Quotes to quote, “It is easier to tell the truth to the world than to people you love” (p 125) and “Hope and some slight relief from the worst are the best weapons of any tormentor; the torturer smiles and offers a a cigarette” (p 158).

Author fact: Gruber used to be a marine biologist, a restaurant cook and a federal government official. A man of many varying hats. He could be called one of the most interesting men in the world…

Narrator fact: Shah has appeared on the television series, Law & Order.

Book trivia: Due to the nature of Sonia’s character, be prepared for a few didactic moments as Sonia interprets the dreams of her captors and recites poetry.

Nancy said: Nancy called The Good Son a “riveting thriller” (p 214).

BookLust Twist: from Book Lust To Go in the chapter called “Sojourns in South Asia: Pakistan” (p 212).


All the Way Home

Giffels, David. All the Way Home: Building a Family in a Falling-Down House. New York: William Morrow, 2008.

Reason read: All the Way Home takes place in Akron, Ohio. Ohio became a state in March.

Who buys a house  they describe with adjectives and nouns such as these: rusty, dusty, decay, debris, ruin, smelly, stained, treacherous, flaking, rotted, grime, filthy, cluttered, damaged, wreckage, decomposed, dark, cracked, dingy, chilly, ugly, broken, dirty, scratched, soot, dangerous, rotten, warped, collapsed, cramped, broken, discolored, disintegrated, discolored, poisonous, fermenting, or crusted? You half expect to find, buried deep in the debris, a mummified body a la Bates Motel. In fact, when Giffels first tours the house there is a woman, perched amid the disaster. But, buy the house he does.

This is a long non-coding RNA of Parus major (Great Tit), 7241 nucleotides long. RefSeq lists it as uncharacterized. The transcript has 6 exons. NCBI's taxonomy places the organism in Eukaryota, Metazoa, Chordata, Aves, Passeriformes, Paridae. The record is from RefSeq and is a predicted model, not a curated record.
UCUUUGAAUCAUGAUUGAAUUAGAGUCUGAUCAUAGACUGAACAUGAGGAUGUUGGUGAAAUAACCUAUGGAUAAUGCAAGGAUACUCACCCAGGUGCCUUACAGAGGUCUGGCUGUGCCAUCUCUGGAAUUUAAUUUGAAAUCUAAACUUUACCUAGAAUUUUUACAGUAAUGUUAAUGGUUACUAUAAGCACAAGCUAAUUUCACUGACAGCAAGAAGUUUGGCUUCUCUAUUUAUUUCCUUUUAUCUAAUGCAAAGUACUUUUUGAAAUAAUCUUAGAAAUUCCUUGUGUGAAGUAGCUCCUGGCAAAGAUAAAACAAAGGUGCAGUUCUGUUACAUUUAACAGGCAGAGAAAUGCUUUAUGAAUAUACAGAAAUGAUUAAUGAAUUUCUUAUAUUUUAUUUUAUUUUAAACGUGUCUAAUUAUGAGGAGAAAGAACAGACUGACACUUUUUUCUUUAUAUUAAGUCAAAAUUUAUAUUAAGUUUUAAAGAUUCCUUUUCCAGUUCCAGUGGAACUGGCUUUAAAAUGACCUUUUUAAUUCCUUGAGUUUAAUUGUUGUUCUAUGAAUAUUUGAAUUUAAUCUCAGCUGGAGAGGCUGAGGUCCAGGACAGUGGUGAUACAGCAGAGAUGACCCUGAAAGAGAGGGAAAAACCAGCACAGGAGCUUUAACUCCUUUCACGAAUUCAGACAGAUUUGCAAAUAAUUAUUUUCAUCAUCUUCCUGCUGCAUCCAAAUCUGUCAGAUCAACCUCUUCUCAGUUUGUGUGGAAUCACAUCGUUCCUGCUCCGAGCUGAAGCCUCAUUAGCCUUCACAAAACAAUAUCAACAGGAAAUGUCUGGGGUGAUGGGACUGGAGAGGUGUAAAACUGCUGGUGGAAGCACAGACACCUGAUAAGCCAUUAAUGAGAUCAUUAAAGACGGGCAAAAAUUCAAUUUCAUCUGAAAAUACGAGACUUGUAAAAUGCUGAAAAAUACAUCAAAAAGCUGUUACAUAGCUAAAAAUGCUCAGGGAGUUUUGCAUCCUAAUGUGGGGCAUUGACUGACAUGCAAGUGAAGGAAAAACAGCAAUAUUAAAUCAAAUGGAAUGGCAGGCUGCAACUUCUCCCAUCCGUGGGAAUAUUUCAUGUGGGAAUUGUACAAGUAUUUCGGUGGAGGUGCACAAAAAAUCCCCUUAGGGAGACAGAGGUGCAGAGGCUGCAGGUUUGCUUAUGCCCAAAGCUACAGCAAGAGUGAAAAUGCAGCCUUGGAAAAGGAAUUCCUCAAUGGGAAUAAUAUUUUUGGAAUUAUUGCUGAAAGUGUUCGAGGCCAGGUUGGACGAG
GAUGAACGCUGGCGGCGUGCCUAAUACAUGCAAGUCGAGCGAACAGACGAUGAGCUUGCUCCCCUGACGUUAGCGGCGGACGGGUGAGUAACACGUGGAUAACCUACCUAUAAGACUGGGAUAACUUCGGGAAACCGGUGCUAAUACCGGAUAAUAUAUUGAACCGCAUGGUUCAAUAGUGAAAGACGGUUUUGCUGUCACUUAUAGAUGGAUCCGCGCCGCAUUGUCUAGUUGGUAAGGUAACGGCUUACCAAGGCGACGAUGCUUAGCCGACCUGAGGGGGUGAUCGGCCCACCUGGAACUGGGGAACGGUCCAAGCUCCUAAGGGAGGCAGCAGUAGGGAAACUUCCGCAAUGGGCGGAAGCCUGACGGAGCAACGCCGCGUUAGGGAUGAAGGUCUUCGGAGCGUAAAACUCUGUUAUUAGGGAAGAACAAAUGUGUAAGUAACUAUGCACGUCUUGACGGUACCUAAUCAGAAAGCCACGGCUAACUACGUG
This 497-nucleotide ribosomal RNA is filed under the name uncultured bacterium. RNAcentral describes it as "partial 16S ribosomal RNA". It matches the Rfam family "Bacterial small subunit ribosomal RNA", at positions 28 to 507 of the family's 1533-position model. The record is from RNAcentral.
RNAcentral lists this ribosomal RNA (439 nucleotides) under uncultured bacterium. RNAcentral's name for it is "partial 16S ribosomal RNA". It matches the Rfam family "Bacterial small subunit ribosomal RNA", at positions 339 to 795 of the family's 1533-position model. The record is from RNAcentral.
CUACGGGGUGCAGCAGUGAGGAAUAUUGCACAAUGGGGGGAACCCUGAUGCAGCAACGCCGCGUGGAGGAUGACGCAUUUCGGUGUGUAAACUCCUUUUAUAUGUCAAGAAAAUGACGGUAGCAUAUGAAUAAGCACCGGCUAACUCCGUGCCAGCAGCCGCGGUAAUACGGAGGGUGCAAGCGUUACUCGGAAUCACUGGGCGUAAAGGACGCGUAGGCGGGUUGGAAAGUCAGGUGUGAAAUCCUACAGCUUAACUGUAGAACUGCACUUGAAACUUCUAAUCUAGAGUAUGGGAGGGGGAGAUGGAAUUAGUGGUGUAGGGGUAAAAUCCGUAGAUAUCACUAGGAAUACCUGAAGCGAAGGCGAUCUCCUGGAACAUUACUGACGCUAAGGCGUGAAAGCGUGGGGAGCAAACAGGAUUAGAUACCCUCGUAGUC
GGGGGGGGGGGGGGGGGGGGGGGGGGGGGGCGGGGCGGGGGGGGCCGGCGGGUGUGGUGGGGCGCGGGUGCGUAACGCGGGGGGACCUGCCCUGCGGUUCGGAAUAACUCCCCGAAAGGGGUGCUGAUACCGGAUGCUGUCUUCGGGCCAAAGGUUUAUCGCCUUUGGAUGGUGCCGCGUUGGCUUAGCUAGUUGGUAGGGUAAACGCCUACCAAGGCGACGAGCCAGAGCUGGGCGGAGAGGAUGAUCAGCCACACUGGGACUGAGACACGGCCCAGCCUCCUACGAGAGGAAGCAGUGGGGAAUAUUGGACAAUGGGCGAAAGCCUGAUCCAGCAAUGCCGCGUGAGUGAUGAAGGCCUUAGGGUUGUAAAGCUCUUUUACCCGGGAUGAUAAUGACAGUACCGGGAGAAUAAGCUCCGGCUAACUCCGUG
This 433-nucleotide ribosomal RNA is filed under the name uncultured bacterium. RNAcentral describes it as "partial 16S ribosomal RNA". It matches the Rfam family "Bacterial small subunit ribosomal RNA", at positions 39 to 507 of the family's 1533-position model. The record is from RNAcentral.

Giffels, a self described handyman, needs projects. When he buys the 1913 mansion on North Portage Path (Akron, Ohio) there is every indication he has bit off more than he can chew. That only becomes apparent to himself when he attempts to remove paint from every single door hinge in the house. The master bedroom alone has seventeen doors with at least two hinges…you do the math. And that’s just hinges. Never mind the structural damage like a leaking room that requires 55 roasting pans to catch the downpour whenever it rains, or the jungle of wisteria growing in through the cracks. Then there are the uninvited guests: mice, squirrels, raccoons, termites, carpenter ants, gawkers…it’s a wonder Gina didn’t divorce him.
One of a thousand quotes of humor, “more than anything else, I do not want to die a cartoon character’s death” (p 5).
Quote of foreshadowing, “And I honestly couldn’t decide which I wanted more; to get the house, or to get the house out of my system” (p 73). Indeed, there are numerous times he hoped to get out of buying the house. Starting with his sister-in-law’s neighbor, Earl. Hoping seventy-plus-year-old realtor Earl would advise him it’s a lost cause after seeing it; praying the inspector would say it’s his professional opinion the house is hopeless; and wishing the owners will refuse his insultingly low ball offer. Giffels is seeking any and all opportunities to wriggle out of the fantasy; to escape the choke hold of unreasonable and borderline fanatical desire. None of “outs” happen for Giffels and All the Way Home is born.